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I'm going to Disney World!

From Wikipedia, the free encyclopedia

"I'm going to Disney World!" and "I'm going to Disneyland!" are advertising slogans used in a series of television commercials by The Walt Disney Company that began airing in 1987.[1] Used to promote the company's theme park resorts in Florida and California, the commercials most often are broadcast following the Super Bowl and typically feature an NFL player (usually the Super Bowl MVP) shouting the phrase while celebrating the team's victory immediately after the championship game.[2] These commercials have also promoted champions from other sports, and winners of non-sport competitions such as American Idol.


Disney refers to the campaign as "What's Next?" in reference to the commercial's usual format, which has the star appear to be answering a question posed by an unseen narrator—"What are you going to do next?"—after his or her moment of triumph. The narrator is Mark Champion, a veteran radio play-by-play announcer for the Tampa Bay Buccaneers, Detroit Lions, Detroit Pistons, and Westwood One.[3] Most ads feature the song "When You Wish Upon a Star" and end with a shot of fireworks over Cinderella Castle or Sleeping Beauty Castle.

Typically the star records two versions of the commercial, one for each phrase, so that the ads can be broadcast in different American media markets to strategically promote either the Walt Disney World Resort in Florida or the Disneyland Resort in California. In most cases, Disney arranges for its star to appear in a parade at either Disneyland or one of the Walt Disney World theme parks the day immediately following the victory in order to fulfill the spoken promise in one version.[4]


Original campaign

In his 1998 memoir Work in Progress, Disney CEO Michael Eisner credited his wife, Jane, with the idea for the campaign.[5] According to Eisner, during the January 1987 grand opening for the Star Tours attraction at Disneyland, the couple dined with Dick Rutan and Jeana Yeager, who in December 1986 had piloted the first aircraft to fly around the world without stopping or refueling. After Jane Eisner asked what the pilots planned to do next, they replied, "Well, we're going to Disneyland." She later told her husband the phrase would make a great advertising campaign.

Following Super Bowl XXI on January 25, 1987, a Disney commercial starred New York Giants quarterback Phil Simms, in which he was asked "Now that you've won the Super Bowl, Phil Simms, what are you going to do?" Simms, who replied "I'm going to Disney World", was paid $75,000; John Elway was paid the same amount, in case the Denver Broncos won.[6] The company later aired three more ads that year with other athletes following major sports championships.[citation needed]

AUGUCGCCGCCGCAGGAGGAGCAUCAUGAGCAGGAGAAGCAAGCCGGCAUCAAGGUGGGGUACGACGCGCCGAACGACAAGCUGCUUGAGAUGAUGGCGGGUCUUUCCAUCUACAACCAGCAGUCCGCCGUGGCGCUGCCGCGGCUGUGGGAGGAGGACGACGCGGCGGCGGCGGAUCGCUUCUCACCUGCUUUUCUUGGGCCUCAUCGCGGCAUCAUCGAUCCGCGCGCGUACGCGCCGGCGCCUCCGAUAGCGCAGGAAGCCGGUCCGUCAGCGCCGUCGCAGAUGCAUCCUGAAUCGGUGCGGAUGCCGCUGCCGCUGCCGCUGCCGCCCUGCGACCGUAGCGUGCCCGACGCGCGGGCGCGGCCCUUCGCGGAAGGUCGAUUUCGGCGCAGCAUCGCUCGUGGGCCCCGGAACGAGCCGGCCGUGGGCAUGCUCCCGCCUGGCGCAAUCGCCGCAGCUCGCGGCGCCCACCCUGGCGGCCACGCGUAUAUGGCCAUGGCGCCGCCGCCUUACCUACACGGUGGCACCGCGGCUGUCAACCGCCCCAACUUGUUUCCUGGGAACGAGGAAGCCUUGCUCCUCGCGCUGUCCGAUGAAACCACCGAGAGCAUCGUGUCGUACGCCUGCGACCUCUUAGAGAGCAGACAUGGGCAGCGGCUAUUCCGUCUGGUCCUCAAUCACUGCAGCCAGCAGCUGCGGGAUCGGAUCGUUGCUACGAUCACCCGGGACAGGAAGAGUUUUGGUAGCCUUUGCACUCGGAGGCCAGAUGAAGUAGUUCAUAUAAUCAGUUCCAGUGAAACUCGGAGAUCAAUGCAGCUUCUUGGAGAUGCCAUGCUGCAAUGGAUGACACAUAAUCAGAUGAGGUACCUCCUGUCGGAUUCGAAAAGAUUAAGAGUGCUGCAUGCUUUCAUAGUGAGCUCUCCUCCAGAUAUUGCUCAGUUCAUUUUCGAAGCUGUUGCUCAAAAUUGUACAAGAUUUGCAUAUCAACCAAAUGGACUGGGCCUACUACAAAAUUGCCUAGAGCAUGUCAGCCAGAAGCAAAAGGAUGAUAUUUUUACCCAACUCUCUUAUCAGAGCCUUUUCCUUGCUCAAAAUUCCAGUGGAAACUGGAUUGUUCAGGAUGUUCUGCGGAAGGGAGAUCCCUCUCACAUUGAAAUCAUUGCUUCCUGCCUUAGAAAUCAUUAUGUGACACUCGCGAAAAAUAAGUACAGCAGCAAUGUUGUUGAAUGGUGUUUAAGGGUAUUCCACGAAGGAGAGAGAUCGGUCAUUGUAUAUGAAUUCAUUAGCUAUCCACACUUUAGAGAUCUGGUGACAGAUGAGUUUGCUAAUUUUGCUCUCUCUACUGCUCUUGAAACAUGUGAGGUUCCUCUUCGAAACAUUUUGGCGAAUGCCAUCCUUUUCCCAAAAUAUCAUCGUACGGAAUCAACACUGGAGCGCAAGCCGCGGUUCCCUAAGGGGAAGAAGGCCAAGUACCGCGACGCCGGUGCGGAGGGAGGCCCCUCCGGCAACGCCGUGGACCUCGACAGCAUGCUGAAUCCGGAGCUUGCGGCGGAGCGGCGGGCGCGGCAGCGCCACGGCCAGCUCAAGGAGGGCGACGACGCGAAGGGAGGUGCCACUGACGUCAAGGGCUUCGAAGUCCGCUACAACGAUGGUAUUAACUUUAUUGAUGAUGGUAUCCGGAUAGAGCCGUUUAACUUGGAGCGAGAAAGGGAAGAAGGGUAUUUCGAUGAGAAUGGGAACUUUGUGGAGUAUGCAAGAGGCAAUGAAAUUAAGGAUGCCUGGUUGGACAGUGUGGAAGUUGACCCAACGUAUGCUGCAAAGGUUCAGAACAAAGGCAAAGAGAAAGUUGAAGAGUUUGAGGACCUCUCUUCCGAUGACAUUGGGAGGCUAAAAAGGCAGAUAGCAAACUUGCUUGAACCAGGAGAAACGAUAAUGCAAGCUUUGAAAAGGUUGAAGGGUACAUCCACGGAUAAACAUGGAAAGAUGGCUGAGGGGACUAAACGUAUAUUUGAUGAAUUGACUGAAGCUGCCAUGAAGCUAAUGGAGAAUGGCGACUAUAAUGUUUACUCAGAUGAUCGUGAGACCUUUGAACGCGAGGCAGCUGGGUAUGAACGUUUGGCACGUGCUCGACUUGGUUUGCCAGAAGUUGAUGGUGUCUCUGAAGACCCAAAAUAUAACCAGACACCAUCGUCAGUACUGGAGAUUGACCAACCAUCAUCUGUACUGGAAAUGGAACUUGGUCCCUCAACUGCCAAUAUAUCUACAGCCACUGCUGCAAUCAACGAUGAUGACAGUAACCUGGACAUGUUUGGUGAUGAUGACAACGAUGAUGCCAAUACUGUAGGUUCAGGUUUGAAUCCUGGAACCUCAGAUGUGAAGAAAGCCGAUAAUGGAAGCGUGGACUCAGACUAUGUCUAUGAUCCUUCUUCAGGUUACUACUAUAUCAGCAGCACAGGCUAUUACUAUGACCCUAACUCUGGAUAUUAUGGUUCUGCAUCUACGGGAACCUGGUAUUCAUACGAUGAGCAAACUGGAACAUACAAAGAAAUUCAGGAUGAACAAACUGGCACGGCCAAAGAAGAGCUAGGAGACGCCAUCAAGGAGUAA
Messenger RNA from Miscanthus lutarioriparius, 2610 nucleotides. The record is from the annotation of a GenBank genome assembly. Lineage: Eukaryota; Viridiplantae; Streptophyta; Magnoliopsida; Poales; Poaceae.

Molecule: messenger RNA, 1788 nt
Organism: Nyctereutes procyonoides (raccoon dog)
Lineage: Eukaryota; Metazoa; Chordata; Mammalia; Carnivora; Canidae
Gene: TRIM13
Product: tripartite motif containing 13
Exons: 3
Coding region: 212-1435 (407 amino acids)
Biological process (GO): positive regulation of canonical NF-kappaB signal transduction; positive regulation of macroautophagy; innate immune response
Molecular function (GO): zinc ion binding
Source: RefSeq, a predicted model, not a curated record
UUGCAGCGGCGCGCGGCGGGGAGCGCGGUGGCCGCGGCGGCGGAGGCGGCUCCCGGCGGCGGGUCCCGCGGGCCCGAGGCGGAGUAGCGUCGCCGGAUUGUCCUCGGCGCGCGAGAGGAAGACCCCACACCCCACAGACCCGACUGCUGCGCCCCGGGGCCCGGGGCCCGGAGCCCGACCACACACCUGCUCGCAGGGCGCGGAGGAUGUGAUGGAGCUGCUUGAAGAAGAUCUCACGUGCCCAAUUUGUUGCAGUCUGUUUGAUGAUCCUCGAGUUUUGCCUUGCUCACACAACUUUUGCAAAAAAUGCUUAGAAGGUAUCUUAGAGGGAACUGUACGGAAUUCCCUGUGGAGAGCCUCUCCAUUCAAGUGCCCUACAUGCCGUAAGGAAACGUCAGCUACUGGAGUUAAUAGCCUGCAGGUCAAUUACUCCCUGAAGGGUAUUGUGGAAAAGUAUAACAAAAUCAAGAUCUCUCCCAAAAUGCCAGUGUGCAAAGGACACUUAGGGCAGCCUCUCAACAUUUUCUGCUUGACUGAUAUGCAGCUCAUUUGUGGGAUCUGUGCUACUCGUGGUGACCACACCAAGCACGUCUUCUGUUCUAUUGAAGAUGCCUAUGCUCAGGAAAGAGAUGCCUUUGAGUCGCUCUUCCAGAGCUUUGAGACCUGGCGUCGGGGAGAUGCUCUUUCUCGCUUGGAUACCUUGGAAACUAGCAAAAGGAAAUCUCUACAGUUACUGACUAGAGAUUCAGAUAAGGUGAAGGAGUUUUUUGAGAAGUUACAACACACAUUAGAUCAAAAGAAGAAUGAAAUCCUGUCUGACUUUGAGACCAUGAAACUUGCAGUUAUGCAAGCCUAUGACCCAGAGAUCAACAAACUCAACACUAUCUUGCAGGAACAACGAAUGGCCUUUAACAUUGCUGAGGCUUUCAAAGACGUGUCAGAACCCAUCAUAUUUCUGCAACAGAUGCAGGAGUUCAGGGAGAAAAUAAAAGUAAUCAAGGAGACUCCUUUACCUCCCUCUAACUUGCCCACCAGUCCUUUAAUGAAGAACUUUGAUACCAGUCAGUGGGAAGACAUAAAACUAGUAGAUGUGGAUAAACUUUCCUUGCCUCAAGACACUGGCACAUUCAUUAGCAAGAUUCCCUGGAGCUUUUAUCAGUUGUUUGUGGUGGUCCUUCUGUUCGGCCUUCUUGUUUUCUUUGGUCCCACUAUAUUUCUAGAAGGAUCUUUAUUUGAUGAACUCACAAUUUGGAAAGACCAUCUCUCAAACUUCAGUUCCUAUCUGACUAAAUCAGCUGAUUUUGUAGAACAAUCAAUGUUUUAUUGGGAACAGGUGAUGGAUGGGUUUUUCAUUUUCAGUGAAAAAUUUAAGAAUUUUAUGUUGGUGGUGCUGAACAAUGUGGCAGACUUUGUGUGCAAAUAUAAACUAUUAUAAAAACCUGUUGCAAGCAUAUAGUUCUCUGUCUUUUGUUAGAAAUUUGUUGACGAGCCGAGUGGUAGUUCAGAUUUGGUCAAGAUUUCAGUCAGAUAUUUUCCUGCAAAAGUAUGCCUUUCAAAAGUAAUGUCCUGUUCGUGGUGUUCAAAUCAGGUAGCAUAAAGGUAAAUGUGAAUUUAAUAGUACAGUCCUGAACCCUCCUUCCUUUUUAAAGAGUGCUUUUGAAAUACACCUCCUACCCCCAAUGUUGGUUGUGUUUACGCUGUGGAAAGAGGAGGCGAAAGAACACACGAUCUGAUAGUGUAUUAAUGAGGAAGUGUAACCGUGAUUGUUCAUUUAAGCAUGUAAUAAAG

Ray Lewis was named Super Bowl XXXV MVP, but because of a murder trial he was involved in the previous year, the phrase "I'm going to Disney World!" was given instead to quarterback Trent Dilfer.[7]

In subsequent years, Disney reportedly has offered $30,000 to athletes and other stars for participating in the ads and appearing at one of its theme parks.[8]

Although Tom Brady was named MVP of Super Bowl LI, he gave the Disney trip to teammate James White.[9]

2006 return

In 2006, the campaign resumed before Super Bowl XL as Disney projected scenes from the 20-year history of the campaign onto a Detroit skyscraper in the days before the game.[10] During the television broadcast, Disney aired a commercial showing members of the Pittsburgh Steelers and Seattle Seahawks practicing how they would deliver the famous phrase while preparing for the game. The following day, the company began airing a traditional "What's Next" commercial featuring Steelers Hines Ward and Jerome Bettis.[11] Even though it was not part of the ad buy in 2016, Peyton Manning said the famous phrase in an interview after Super Bowl 50.[12]

2020 overhaul

For Super Bowl LIV in 2020, Disney Parks, Experiences and Products was the official sponsor of that game's MVP ceremony;[13] Patrick Mahomes' announcement of the phrase was thus embedded into the broadcast post-game show, which included appearances by Mickey and Minnie Mouse alongside 10 year-old Make-a-Wish child Nathaniel from Austin, Texas.[14][15] During the Disney World parade honoring Mahomes, Nathaniel also took part, representing the Make-a-Wish Foundation.[16][17][18][19][14][20][21] Nathaniel also posed with Mahomes, Disney Parks, Experiences and Products Chairman Bob Chapek, Mickey and Minnie, NFL Commissioner Roger Goodell and Make-A-Wish America President/CEO Richard K. Davis when Chapek announced a $1 million donation to the Make-a-Wish Foundation in Mahomes' honor.[22] 17 other children from the Make-A-Wish Foundation also got free passes to attend the parade as well.[20][21]